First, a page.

HISTORY OF PRESERVATION DALLAS
In September 1972, a group of citizens concerned about the need to formally protect and preserve our city’s historic buildings founded the Historic Preservation League (later to become Preservation Dallas). It was a volunteer-run organization, but the mission was broad – to preserve and revitalize Dallas’ buildings, neighborhoods and other historical, architectural and cultural resources.
The Historic Preservation League (HPL) went to work immediately and laid out a program of work that continues to impact preservation efforts in Dallas.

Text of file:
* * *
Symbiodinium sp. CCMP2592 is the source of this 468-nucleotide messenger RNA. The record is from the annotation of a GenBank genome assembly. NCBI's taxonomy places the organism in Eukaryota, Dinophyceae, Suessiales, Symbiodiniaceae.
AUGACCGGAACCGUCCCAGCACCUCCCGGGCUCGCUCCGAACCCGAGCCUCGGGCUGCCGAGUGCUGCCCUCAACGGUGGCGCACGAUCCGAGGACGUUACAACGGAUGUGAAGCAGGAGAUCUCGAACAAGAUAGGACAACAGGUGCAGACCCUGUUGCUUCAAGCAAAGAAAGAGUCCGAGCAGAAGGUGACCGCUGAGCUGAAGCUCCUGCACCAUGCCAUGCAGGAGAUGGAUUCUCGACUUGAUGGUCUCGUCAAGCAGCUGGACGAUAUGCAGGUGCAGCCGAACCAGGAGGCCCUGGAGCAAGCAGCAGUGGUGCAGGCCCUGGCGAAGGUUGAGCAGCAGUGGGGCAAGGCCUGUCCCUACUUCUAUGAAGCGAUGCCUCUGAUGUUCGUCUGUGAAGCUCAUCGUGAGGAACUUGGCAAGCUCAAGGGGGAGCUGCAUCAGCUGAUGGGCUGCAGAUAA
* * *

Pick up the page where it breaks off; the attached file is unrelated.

Only a year after its founding, the HPL succeeded in urging the City Council to adopt the Dallas Preservation Ordinance. A year later, in 1974, the HPL published Buying a Home in Historic Old East Dallas, part of a major marketing program to interest potential residents in purchasing and preserving homes in inner-city neighborhoods. The first effort to save endangered buildings also occurred in 1974, when the HPL campaigned and succeeded in saving Old Lakewood Library and Trinity Methodist Church. The church was designated as Dallas’ first Landmark building.